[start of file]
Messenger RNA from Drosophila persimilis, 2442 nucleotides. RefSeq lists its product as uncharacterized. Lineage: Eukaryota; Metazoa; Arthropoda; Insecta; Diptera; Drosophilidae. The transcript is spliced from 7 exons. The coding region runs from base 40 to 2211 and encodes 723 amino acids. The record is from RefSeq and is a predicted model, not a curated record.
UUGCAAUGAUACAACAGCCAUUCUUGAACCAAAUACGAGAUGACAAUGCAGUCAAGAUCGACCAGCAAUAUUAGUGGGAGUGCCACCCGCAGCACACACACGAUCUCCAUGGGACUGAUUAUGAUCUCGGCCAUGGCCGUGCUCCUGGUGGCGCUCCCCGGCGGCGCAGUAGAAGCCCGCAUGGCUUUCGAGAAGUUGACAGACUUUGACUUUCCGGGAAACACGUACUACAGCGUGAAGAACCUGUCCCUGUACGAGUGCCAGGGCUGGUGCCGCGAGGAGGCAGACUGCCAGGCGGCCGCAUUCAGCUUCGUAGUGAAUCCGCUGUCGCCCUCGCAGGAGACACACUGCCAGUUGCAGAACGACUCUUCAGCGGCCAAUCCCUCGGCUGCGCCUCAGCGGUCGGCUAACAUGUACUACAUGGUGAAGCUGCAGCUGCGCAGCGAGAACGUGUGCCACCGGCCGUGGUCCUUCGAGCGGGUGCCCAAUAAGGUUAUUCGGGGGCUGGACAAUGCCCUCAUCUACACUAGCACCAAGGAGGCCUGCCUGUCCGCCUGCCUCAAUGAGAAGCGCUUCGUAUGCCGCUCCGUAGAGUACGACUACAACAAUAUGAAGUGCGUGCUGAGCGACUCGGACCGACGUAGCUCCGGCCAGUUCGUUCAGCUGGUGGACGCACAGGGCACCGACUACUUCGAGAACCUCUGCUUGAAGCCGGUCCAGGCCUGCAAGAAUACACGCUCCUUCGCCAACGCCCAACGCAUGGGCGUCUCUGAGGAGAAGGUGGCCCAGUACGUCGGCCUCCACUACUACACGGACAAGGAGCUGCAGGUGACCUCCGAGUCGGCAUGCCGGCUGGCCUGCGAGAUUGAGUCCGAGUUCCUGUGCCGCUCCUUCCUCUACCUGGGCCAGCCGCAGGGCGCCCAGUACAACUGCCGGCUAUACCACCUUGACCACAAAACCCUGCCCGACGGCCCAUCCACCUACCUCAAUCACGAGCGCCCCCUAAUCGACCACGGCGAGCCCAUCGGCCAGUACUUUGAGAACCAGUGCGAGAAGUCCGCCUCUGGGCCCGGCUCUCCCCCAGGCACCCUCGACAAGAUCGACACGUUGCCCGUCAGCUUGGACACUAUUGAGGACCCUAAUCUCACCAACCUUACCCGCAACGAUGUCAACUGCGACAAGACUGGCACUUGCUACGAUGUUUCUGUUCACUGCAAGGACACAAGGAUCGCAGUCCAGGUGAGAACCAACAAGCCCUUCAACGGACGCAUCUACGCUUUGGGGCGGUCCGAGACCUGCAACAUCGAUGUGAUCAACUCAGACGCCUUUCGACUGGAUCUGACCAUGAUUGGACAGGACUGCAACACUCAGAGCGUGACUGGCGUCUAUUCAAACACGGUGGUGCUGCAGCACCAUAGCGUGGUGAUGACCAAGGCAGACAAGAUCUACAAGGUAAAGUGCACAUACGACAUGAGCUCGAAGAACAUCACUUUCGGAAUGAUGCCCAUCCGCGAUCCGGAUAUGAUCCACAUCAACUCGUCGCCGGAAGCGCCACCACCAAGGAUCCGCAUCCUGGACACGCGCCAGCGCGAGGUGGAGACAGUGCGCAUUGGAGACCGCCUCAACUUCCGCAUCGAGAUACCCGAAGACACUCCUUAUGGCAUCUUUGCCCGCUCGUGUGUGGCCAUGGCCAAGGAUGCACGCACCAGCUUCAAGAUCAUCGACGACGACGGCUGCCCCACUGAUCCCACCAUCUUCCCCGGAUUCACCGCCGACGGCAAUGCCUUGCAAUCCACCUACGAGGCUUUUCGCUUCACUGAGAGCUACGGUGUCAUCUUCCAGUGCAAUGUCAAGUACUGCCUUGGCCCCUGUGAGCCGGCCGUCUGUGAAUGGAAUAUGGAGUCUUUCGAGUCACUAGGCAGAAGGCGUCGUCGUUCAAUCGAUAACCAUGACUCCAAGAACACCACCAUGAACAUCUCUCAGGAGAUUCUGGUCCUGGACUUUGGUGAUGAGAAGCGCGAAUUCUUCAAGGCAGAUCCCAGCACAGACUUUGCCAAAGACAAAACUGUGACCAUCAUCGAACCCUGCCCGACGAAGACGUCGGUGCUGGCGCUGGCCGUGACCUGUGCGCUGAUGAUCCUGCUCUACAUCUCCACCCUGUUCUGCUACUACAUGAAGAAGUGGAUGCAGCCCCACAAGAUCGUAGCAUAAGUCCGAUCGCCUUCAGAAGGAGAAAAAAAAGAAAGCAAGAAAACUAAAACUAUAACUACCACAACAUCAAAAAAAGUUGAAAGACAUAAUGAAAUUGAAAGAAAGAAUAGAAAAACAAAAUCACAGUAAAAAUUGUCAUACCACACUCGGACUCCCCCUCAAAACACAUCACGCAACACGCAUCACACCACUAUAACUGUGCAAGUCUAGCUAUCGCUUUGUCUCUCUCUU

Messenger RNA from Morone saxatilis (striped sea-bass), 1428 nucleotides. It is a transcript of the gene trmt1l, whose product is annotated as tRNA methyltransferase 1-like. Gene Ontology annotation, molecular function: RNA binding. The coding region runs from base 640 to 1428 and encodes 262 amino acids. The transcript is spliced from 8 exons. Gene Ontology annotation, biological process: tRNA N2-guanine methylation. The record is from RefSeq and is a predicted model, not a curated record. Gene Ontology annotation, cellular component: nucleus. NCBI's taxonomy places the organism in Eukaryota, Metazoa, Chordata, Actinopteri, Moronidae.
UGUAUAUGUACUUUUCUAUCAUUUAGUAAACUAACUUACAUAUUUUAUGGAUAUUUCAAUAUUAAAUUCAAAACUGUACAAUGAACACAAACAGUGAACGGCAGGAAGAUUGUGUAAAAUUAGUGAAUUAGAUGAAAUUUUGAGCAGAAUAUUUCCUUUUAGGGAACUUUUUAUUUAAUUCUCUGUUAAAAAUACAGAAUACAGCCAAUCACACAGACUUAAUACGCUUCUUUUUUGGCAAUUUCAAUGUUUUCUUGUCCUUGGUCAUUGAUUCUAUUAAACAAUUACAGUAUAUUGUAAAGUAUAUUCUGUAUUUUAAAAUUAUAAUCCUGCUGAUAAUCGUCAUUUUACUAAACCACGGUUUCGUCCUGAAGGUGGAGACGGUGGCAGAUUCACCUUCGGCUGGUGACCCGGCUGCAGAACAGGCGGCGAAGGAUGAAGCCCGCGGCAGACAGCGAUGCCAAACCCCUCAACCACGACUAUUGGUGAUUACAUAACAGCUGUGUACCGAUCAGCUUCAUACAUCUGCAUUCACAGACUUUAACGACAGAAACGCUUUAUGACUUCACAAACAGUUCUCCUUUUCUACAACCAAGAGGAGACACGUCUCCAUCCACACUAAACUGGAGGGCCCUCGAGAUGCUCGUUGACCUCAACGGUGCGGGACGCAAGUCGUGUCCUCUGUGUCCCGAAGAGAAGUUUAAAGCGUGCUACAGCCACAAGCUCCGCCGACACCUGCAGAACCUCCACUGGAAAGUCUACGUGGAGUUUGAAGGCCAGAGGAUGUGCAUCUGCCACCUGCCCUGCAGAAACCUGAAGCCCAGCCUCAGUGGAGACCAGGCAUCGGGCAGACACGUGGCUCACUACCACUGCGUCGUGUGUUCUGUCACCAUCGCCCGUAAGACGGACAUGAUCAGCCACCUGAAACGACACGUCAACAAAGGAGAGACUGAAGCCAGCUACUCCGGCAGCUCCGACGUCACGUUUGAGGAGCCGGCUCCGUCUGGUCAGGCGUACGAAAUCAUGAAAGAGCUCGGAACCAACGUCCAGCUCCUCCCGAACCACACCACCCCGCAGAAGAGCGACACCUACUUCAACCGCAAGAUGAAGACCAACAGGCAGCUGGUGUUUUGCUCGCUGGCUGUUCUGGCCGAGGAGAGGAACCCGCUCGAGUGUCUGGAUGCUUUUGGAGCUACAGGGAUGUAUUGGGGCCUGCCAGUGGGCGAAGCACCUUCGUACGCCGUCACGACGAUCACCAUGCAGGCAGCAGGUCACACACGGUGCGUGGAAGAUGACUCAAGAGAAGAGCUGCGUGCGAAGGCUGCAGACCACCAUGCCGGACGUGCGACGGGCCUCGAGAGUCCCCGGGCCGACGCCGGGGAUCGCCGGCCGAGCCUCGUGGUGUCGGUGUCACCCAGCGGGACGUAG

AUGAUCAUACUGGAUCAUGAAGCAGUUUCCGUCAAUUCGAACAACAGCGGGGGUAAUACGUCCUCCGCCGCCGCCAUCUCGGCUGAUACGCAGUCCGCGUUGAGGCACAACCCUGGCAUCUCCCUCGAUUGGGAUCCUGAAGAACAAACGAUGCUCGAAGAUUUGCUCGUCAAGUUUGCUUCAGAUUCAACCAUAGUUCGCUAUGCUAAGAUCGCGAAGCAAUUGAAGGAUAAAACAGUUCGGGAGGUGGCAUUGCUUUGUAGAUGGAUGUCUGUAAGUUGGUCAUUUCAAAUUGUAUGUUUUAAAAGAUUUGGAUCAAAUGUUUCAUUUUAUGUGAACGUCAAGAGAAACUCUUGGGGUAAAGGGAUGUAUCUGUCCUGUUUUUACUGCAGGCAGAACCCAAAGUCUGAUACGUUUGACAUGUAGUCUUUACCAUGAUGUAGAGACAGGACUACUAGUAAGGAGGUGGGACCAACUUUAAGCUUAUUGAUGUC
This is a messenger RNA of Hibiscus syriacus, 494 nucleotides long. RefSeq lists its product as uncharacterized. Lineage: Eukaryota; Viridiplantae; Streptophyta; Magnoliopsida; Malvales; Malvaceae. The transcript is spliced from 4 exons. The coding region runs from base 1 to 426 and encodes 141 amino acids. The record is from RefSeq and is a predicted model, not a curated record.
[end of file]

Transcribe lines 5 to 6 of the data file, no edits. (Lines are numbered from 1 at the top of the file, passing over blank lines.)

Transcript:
AUGAUCAUACUGGAUCAUGAAGCAGUUUCCGUCAAUUCGAACAACAGCGGGGGUAAUACGUCCUCCGCCGCCGCCAUCUCGGCUGAUACGCAGUCCGCGUUGAGGCACAACCCUGGCAUCUCCCUCGAUUGGGAUCCUGAAGAACAAACGAUGCUCGAAGAUUUGCUCGUCAAGUUUGCUUCAGAUUCAACCAUAGUUCGCUAUGCUAAGAUCGCGAAGCAAUUGAAGGAUAAAACAGUUCGGGAGGUGGCAUUGCUUUGUAGAUGGAUGUCUGUAAGUUGGUCAUUUCAAAUUGUAUGUUUUAAAAGAUUUGGAUCAAAUGUUUCAUUUUAUGUGAACGUCAAGAGAAACUCUUGGGGUAAAGGGAUGUAUCUGUCCUGUUUUUACUGCAGGCAGAACCCAAAGUCUGAUACGUUUGACAUGUAGUCUUUACCAUGAUGUAGAGACAGGACUACUAGUAAGGAGGUGGGACCAACUUUAAGCUUAUUGAUGUC
This is a messenger RNA of Hibiscus syriacus, 494 nucleotides long. RefSeq lists its product as uncharacterized. Lineage: Eukaryota; Viridiplantae; Streptophyta; Magnoliopsida; Malvales; Malvaceae. The transcript is spliced from 4 exons. The coding region runs from base 1 to 426 and encodes 141 amino acids. The record is from RefSeq and is a predicted model, not a curated record.